phi·los·o·phy | \fə-ˈlä-s(ə-)fē \
plural philosophies

Definition of philosophy 

1a(1) : all learning exclusive of technical precepts and practical arts

(2) : the sciences and liberal arts exclusive of medicine, law, and theology a doctor of philosophy

(3) : the 4-year college course of a major seminary

b(1) archaic : physical science

(2) : ethics

c : a discipline comprising as its core logic, aesthetics, ethics, metaphysics, and epistemology

2a : pursuit of wisdom

b : a search for a general understanding of values and reality by chiefly speculative rather than observational means

c : an analysis of the grounds of and concepts expressing fundamental beliefs

3a : a system of philosophical concepts

b : a theory underlying or regarding a sphere of activity or thought the philosophy of war

4a : the most basic beliefs, concepts, and attitudes of an individual or group

b : calmness of temper and judgment befitting a philosopher

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Synonyms for philosophy


credo, creed, doctrine, dogma, gospel, ideology (also idealogy), testament

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Examples of philosophy in a Sentence

There's plenty of blame to go around: poor regulation, eight years of a failed Republican economic philosophy, Wall Street-friendly Democrats who helped stymie reform, misguided bipartisan efforts to promote home ownership, Wall Street greed, corrupt CEOs, a botched rescue effort, painfully fallible central bankers. — Daniel Gross, Newsweek, 9 Mar. 2009 Broadly speaking, philosophy has three concerns: how the world hangs together, how our beliefs can be justified, and how to live. — Jim Holt, New York Times Book Review, 15 Feb. 2009 Almost none of the kids were older than twenty-five, as if there were a sell-by date on radical social philosophy, a legal age limit after which one must surrender lofty ideals and shave off all dreadlocks. — Matthew Power, Harper's, March 2008 In their mission statement, the editors bragged of their firm commitment to equality and social justice, but their philosophy didn't prevent them from summoning Lindsey to perform all their menial tasks. — Kim Wong Keltner, The Dim Sum of All Things, 2004 Her degree is in philosophy and religion. The group eventually split over conflicting political philosophies. Her main cooking philosophy is to use only fresh ingredients.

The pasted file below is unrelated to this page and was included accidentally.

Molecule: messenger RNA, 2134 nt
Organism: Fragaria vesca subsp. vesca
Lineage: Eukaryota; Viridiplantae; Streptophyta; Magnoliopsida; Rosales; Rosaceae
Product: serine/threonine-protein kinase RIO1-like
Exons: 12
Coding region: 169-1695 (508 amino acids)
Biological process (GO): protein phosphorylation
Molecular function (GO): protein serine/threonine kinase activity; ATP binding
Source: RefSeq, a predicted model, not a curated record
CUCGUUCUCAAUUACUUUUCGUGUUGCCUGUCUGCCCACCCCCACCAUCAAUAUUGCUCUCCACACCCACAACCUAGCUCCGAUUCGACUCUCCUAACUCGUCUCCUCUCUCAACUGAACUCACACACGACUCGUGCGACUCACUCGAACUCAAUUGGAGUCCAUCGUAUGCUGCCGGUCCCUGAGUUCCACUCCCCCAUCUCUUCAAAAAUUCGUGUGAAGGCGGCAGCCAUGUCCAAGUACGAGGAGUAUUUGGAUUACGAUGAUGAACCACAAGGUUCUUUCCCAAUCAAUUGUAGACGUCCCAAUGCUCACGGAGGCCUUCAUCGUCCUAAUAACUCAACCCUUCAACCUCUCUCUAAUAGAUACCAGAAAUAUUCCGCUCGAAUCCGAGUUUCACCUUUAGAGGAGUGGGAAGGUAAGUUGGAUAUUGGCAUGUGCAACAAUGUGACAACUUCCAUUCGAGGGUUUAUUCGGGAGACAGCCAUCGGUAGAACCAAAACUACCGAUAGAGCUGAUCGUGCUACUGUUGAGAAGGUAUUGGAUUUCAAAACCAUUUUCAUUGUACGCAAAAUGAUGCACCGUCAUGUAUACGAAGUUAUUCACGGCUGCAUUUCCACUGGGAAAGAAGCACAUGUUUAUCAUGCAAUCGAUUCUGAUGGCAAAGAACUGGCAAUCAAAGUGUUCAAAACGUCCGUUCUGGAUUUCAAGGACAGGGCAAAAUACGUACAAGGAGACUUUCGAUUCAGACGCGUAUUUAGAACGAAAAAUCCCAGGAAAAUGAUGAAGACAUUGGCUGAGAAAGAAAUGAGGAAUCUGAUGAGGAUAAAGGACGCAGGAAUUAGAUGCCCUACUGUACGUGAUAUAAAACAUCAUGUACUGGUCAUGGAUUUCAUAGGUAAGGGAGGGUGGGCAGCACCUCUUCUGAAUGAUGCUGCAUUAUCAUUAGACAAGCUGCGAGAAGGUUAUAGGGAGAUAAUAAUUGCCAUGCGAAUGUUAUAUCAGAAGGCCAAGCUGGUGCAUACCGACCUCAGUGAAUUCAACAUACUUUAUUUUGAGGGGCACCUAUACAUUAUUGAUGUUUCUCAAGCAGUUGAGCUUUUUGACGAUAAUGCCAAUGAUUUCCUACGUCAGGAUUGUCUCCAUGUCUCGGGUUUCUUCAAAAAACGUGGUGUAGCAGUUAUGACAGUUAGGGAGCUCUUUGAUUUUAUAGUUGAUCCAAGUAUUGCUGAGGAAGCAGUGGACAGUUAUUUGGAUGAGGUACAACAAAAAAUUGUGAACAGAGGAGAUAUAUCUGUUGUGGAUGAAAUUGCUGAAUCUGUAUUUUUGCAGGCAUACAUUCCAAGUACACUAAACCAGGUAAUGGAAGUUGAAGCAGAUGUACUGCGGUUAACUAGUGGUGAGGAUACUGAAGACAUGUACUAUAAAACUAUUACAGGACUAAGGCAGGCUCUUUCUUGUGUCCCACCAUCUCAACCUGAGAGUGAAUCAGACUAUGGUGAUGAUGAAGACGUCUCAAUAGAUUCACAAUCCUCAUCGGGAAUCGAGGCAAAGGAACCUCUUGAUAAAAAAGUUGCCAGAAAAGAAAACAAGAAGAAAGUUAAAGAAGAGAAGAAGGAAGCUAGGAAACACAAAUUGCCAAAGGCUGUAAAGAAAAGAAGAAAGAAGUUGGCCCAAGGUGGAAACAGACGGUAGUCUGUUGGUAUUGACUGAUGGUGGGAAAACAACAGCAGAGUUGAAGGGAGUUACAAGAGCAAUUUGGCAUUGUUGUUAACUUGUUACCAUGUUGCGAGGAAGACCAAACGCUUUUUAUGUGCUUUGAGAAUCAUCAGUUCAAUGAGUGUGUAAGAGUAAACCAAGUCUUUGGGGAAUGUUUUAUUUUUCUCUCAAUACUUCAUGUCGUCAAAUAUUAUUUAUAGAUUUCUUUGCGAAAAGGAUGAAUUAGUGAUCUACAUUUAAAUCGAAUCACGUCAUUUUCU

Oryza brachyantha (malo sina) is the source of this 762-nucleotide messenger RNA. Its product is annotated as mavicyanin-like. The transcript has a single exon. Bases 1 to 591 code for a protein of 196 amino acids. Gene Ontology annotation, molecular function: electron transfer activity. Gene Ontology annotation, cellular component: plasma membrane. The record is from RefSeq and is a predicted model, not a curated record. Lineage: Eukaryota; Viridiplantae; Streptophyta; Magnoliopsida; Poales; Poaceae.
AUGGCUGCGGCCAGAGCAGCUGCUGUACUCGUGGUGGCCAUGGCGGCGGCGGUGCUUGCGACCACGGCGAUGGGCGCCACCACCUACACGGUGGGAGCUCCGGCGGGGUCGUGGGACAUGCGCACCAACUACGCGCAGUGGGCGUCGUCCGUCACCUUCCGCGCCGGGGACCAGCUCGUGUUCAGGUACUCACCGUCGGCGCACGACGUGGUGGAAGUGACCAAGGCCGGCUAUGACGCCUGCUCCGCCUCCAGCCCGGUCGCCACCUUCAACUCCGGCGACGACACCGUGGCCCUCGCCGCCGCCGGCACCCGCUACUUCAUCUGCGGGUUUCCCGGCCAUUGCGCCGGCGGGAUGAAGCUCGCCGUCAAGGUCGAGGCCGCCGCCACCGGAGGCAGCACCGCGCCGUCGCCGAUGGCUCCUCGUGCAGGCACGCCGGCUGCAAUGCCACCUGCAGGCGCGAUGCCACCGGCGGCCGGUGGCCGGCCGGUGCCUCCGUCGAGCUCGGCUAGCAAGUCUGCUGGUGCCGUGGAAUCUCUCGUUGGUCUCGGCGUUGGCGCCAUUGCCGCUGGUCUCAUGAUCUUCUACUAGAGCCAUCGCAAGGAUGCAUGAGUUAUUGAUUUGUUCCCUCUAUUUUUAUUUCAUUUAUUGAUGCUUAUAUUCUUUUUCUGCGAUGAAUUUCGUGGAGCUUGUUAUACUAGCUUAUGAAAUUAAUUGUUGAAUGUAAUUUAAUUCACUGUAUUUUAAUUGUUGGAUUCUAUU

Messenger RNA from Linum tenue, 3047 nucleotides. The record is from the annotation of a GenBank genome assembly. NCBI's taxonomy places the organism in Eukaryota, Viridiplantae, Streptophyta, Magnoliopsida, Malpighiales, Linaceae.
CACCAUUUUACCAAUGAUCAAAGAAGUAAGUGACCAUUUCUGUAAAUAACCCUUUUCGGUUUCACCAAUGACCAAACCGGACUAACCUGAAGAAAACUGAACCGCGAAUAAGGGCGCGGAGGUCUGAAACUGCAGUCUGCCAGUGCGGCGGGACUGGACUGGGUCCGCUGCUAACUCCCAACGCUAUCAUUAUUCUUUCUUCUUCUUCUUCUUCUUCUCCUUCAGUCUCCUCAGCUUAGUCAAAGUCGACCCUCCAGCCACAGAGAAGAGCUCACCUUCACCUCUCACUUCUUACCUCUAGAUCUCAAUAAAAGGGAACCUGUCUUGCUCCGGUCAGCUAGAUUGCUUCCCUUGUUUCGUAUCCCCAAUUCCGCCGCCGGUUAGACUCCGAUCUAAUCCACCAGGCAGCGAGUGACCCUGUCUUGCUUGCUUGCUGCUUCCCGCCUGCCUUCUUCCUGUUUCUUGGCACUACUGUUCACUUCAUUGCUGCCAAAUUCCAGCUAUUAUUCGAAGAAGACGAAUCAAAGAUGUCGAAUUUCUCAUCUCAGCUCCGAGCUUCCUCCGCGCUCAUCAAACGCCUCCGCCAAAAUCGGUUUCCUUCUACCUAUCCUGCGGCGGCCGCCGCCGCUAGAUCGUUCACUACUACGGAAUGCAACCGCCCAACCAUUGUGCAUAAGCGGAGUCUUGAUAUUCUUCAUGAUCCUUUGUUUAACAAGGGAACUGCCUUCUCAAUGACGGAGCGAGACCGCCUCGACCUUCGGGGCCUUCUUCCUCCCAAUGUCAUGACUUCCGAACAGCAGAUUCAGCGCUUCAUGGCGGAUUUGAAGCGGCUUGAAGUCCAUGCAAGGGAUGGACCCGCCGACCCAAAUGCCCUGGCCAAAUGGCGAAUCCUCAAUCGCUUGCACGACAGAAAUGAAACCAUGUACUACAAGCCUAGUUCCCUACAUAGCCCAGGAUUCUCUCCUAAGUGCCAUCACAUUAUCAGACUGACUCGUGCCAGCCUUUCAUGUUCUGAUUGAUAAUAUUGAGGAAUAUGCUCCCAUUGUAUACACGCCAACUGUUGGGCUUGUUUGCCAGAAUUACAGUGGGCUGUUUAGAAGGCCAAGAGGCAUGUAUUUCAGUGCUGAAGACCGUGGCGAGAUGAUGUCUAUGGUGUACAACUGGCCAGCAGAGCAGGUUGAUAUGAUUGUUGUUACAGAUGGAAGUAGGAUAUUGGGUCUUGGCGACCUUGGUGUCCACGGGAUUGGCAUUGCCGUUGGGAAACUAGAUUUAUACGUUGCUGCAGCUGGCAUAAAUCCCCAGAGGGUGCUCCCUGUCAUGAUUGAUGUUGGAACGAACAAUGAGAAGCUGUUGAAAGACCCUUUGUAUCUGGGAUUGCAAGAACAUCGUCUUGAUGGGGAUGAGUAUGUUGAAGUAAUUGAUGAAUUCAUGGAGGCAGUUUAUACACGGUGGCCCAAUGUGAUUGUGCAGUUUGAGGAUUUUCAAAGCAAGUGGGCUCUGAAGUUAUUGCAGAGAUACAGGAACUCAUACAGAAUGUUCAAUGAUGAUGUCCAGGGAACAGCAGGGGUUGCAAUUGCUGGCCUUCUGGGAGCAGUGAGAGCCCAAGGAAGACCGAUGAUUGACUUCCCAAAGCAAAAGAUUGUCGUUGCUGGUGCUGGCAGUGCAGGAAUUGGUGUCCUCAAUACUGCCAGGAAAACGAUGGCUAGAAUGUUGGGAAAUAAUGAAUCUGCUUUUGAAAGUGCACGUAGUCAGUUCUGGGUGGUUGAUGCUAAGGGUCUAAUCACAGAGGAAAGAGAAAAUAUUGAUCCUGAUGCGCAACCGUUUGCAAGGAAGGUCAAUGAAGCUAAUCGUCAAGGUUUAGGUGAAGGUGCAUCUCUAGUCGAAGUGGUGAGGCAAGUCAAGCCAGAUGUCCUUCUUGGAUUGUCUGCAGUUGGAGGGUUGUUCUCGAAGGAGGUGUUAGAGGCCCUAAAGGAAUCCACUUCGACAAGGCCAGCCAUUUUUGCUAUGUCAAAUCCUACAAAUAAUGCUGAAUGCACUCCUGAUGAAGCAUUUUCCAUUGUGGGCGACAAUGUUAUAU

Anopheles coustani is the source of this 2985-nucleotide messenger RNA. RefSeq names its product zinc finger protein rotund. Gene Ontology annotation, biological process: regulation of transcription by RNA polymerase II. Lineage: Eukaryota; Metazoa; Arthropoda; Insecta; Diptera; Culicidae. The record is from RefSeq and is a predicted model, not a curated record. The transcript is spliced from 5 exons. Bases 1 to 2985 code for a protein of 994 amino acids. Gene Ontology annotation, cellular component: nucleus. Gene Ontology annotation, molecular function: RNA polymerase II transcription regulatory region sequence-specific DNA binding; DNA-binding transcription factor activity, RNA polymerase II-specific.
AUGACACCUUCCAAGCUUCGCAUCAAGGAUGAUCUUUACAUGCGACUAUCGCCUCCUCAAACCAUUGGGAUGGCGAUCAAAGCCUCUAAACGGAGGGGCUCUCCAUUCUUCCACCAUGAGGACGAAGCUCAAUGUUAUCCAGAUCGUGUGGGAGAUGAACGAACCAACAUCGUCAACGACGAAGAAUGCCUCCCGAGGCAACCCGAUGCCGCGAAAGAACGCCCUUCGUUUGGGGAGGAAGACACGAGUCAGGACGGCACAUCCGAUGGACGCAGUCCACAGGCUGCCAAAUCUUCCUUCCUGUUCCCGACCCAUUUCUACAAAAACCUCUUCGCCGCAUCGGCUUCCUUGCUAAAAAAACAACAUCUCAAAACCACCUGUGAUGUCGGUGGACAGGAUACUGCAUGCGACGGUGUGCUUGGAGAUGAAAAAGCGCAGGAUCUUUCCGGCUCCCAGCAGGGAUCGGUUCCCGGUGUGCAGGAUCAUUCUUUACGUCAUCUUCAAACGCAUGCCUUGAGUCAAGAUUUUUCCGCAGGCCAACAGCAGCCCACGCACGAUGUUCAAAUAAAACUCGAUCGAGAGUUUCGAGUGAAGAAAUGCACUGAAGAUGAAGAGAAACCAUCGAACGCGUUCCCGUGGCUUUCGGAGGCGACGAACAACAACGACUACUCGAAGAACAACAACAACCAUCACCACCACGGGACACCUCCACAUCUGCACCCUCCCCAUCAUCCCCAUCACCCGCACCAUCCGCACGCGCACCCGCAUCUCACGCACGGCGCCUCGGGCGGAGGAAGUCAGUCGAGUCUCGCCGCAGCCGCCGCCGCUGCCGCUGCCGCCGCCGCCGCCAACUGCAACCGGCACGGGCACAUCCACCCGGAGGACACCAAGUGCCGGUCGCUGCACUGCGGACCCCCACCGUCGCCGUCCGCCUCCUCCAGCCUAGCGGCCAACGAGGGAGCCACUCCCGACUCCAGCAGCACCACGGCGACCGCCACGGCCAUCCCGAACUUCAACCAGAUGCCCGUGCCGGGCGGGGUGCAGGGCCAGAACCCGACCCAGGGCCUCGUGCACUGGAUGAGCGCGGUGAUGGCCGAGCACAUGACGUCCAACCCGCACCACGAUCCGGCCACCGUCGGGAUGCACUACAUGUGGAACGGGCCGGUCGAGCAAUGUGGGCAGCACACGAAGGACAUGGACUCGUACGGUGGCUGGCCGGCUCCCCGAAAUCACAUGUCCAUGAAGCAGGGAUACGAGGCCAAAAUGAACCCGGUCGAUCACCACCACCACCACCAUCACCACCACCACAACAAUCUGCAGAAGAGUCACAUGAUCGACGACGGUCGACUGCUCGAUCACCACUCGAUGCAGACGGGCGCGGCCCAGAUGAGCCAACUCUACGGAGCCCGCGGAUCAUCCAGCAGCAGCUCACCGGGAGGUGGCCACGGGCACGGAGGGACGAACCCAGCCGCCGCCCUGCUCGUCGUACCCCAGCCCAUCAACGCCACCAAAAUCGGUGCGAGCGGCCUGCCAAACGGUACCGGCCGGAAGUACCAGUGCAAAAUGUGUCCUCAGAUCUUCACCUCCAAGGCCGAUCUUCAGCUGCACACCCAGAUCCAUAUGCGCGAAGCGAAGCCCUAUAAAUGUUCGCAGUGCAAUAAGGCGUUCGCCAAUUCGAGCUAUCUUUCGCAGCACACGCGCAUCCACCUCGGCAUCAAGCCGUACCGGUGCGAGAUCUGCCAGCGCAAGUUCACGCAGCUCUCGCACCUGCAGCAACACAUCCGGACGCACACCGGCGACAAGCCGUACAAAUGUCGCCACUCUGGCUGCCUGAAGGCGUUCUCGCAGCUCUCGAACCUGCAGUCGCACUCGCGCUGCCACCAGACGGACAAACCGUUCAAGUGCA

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Recent Examples on the Web

Creating financial goals can be telling about your personal life philosophies. W. David Kern,, "How and why new couples should talk about finances," 11 July 2018 Spooner’s donned silky gowns in the past, but this translucent Palomo number proves that his nude philosophy can extend far beyond button-down shirts. Rachel Hahn, Vogue, "Casey Spooner’s Love of Sheer Garments Now Includes a Little White Dress," 9 July 2018 There were indications that Bosio, strong-willed in his pitching philosophy, was often at odds with some of the team’s analytics department. Anthony Fenech, Detroit Free Press, "Tigers fire pitching coach Bosio without manager Gardenhire's input," 27 June 2018 There’s a lot of froyo, philosophy, and Ted Danson, who earned an Emmy nomination this season for Outstanding Lead Actor in a Comedy Series. Emily Dreyfuss, WIRED, "9 Emmy-Nominated Shows You Can Binge to Escape Reality," 13 July 2018 In the long run, that attitude has produced too many graduates in subjects such as PPE (politics, philosophy and economics) and not enough engineers. The Economist, "A welcome upgrade to apprenticeships," 12 July 2018 DeWitt is an inventive stylist, a ruthlessly curious intellectual, and a sparkling wit; her stories, accordingly, tend to deal in language, philosophy, and humor before touching plot and character. Brittany Allen, Longreads, "Getting Tricked by Helen DeWitt," 9 July 2018 Not long after commencing his university studies, Marx switched from law to philosophy, a regrettable decision both for the world and for his finances. Andrew Stuttaford, WSJ, "‘Marx and Marxism’ and ‘A World to Win’ Review: Better Dead Than Read," 5 July 2018 Among these activities are lessons in astronomy, philosophy, art, dance, physiology, aesthetics. Tom Keogh, The Seattle Times, "Seattle Piano Institute draws students from around the world for piano and life lessons," 3 July 2018

These example sentences are selected automatically from various online news sources to reflect current usage of the word 'philosophy.' Views expressed in the examples do not represent the opinion of Merriam-Webster or its editors. Send us feedback.

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First Known Use of philosophy

14th century, in the meaning defined at sense 1a(1)

History and Etymology for philosophy

Middle English philosophie, from Anglo-French, from Latin philosophia, from Greek, from philosophos philosopher

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Last Updated

5 Oct 2018

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Time Traveler for philosophy

The first known use of philosophy was in the 14th century

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More Definitions for philosophy



English Language Learners Definition of philosophy

: the study of ideas about knowledge, truth, the nature and meaning of life, etc.

: a particular set of ideas about knowledge, truth, the nature and meaning of life, etc.

: a set of ideas about how to do something or how to live


phi·los·o·phy | \fə-ˈlä-sə-fē \
plural philosophies

Kids Definition of philosophy

1 : the study of the basic ideas about knowledge, right and wrong, reasoning, and the value of things

2 : a specific set of ideas of a person or a group Greek philosophy

3 : a set of ideas about how to do something or how to live Live and let live—that's my philosophy.

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